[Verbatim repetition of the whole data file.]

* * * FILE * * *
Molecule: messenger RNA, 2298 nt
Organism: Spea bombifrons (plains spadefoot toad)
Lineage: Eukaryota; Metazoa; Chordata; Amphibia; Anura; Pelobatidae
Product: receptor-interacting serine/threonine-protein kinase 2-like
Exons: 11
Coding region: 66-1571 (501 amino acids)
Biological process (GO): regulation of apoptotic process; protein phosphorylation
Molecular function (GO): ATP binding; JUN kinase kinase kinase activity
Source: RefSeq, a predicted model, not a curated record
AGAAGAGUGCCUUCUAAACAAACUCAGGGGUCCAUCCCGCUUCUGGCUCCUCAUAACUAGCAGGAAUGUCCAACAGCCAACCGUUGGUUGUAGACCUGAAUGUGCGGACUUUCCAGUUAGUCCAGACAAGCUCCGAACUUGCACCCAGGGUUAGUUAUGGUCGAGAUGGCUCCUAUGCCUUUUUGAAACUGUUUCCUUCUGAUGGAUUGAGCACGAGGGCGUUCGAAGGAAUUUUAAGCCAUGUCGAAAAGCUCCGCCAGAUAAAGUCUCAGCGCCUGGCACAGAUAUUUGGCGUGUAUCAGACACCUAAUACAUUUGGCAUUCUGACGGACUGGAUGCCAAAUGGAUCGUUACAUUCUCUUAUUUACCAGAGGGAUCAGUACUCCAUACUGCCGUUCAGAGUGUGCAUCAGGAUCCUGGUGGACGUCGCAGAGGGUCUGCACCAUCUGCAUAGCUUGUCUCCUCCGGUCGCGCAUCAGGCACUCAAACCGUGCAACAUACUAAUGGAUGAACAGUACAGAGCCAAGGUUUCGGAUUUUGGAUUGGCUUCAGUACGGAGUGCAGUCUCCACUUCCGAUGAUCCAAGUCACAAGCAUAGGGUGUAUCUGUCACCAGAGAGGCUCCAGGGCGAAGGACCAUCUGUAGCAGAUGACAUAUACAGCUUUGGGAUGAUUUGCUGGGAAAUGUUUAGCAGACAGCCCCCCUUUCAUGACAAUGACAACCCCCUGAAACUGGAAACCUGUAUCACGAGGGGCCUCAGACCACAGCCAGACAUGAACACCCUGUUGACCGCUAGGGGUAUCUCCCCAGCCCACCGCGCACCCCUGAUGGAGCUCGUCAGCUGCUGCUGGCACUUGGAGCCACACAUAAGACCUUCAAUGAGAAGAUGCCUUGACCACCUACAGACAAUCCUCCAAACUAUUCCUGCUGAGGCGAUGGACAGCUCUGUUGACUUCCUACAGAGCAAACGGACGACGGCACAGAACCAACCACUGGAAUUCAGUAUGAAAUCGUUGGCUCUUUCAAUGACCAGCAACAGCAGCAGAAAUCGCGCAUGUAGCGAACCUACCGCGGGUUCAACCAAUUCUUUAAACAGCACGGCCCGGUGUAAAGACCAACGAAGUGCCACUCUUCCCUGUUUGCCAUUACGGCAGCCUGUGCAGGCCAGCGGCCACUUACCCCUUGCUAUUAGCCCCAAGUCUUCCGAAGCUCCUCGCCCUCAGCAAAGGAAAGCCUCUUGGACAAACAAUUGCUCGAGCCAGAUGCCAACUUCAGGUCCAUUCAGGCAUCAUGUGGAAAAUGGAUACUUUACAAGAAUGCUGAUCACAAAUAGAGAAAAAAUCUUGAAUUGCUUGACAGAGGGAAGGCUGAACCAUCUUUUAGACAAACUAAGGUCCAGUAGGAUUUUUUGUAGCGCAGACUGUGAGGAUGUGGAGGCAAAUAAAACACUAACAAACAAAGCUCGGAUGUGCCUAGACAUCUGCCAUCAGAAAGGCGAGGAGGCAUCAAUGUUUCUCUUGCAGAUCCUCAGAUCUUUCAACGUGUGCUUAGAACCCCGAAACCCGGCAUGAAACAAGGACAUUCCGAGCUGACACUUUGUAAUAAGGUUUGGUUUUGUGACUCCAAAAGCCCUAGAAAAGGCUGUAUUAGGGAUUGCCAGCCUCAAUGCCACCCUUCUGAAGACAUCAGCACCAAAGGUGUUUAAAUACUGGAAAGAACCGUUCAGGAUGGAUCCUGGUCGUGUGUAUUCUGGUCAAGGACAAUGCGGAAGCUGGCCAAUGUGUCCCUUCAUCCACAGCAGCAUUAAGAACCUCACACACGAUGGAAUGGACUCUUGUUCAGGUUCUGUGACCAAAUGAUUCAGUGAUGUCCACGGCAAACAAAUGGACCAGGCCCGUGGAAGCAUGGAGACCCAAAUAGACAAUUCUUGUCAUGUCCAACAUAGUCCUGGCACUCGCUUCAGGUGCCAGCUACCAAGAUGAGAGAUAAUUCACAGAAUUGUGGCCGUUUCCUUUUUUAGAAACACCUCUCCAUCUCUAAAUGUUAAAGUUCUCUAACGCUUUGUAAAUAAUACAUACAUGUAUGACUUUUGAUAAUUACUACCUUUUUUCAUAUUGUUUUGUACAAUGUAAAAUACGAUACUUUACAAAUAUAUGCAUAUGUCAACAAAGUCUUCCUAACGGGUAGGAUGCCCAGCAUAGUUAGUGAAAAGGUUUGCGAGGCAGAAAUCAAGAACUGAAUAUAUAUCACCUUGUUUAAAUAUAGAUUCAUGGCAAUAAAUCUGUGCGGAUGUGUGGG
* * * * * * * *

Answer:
Molecule: messenger RNA, 2298 nt
Organism: Spea bombifrons (plains spadefoot toad)
Lineage: Eukaryota; Metazoa; Chordata; Amphibia; Anura; Pelobatidae
Product: receptor-interacting serine/threonine-protein kinase 2-like
Exons: 11
Coding region: 66-1571 (501 amino acids)
Biological process (GO): regulation of apoptotic process; protein phosphorylation
Molecular function (GO): ATP binding; JUN kinase kinase kinase activity
Source: RefSeq, a predicted model, not a curated record
AGAAGAGUGCCUUCUAAACAAACUCAGGGGUCCAUCCCGCUUCUGGCUCCUCAUAACUAGCAGGAAUGUCCAACAGCCAACCGUUGGUUGUAGACCUGAAUGUGCGGACUUUCCAGUUAGUCCAGACAAGCUCCGAACUUGCACCCAGGGUUAGUUAUGGUCGAGAUGGCUCCUAUGCCUUUUUGAAACUGUUUCCUUCUGAUGGAUUGAGCACGAGGGCGUUCGAAGGAAUUUUAAGCCAUGUCGAAAAGCUCCGCCAGAUAAAGUCUCAGCGCCUGGCACAGAUAUUUGGCGUGUAUCAGACACCUAAUACAUUUGGCAUUCUGACGGACUGGAUGCCAAAUGGAUCGUUACAUUCUCUUAUUUACCAGAGGGAUCAGUACUCCAUACUGCCGUUCAGAGUGUGCAUCAGGAUCCUGGUGGACGUCGCAGAGGGUCUGCACCAUCUGCAUAGCUUGUCUCCUCCGGUCGCGCAUCAGGCACUCAAACCGUGCAACAUACUAAUGGAUGAACAGUACAGAGCCAAGGUUUCGGAUUUUGGAUUGGCUUCAGUACGGAGUGCAGUCUCCACUUCCGAUGAUCCAAGUCACAAGCAUAGGGUGUAUCUGUCACCAGAGAGGCUCCAGGGCGAAGGACCAUCUGUAGCAGAUGACAUAUACAGCUUUGGGAUGAUUUGCUGGGAAAUGUUUAGCAGACAGCCCCCCUUUCAUGACAAUGACAACCCCCUGAAACUGGAAACCUGUAUCACGAGGGGCCUCAGACCACAGCCAGACAUGAACACCCUGUUGACCGCUAGGGGUAUCUCCCCAGCCCACCGCGCACCCCUGAUGGAGCUCGUCAGCUGCUGCUGGCACUUGGAGCCACACAUAAGACCUUCAAUGAGAAGAUGCCUUGACCACCUACAGACAAUCCUCCAAACUAUUCCUGCUGAGGCGAUGGACAGCUCUGUUGACUUCCUACAGAGCAAACGGACGACGGCACAGAACCAACCACUGGAAUUCAGUAUGAAAUCGUUGGCUCUUUCAAUGACCAGCAACAGCAGCAGAAAUCGCGCAUGUAGCGAACCUACCGCGGGUUCAACCAAUUCUUUAAACAGCACGGCCCGGUGUAAAGACCAACGAAGUGCCACUCUUCCCUGUUUGCCAUUACGGCAGCCUGUGCAGGCCAGCGGCCACUUACCCCUUGCUAUUAGCCCCAAGUCUUCCGAAGCUCCUCGCCCUCAGCAAAGGAAAGCCUCUUGGACAAACAAUUGCUCGAGCCAGAUGCCAACUUCAGGUCCAUUCAGGCAUCAUGUGGAAAAUGGAUACUUUACAAGAAUGCUGAUCACAAAUAGAGAAAAAAUCUUGAAUUGCUUGACAGAGGGAAGGCUGAACCAUCUUUUAGACAAACUAAGGUCCAGUAGGAUUUUUUGUAGCGCAGACUGUGAGGAUGUGGAGGCAAAUAAAACACUAACAAACAAAGCUCGGAUGUGCCUAGACAUCUGCCAUCAGAAAGGCGAGGAGGCAUCAAUGUUUCUCUUGCAGAUCCUCAGAUCUUUCAACGUGUGCUUAGAACCCCGAAACCCGGCAUGAAACAAGGACAUUCCGAGCUGACACUUUGUAAUAAGGUUUGGUUUUGUGACUCCAAAAGCCCUAGAAAAGGCUGUAUUAGGGAUUGCCAGCCUCAAUGCCACCCUUCUGAAGACAUCAGCACCAAAGGUGUUUAAAUACUGGAAAGAACCGUUCAGGAUGGAUCCUGGUCGUGUGUAUUCUGGUCAAGGACAAUGCGGAAGCUGGCCAAUGUGUCCCUUCAUCCACAGCAGCAUUAAGAACCUCACACACGAUGGAAUGGACUCUUGUUCAGGUUCUGUGACCAAAUGAUUCAGUGAUGUCCACGGCAAACAAAUGGACCAGGCCCGUGGAAGCAUGGAGACCCAAAUAGACAAUUCUUGUCAUGUCCAACAUAGUCCUGGCACUCGCUUCAGGUGCCAGCUACCAAGAUGAGAGAUAAUUCACAGAAUUGUGGCCGUUUCCUUUUUUAGAAACACCUCUCCAUCUCUAAAUGUUAAAGUUCUCUAACGCUUUGUAAAUAAUACAUACAUGUAUGACUUUUGAUAAUUACUACCUUUUUUCAUAUUGUUUUGUACAAUGUAAAAUACGAUACUUUACAAAUAUAUGCAUAUGUCAACAAAGUCUUCCUAACGGGUAGGAUGCCCAGCAUAGUUAGUGAAAAGGUUUGCGAGGCAGAAAUCAAGAACUGAAUAUAUAUCACCUUGUUUAAAUAUAGAUUCAUGGCAAUAAAUCUGUGCGGAUGUGUGGG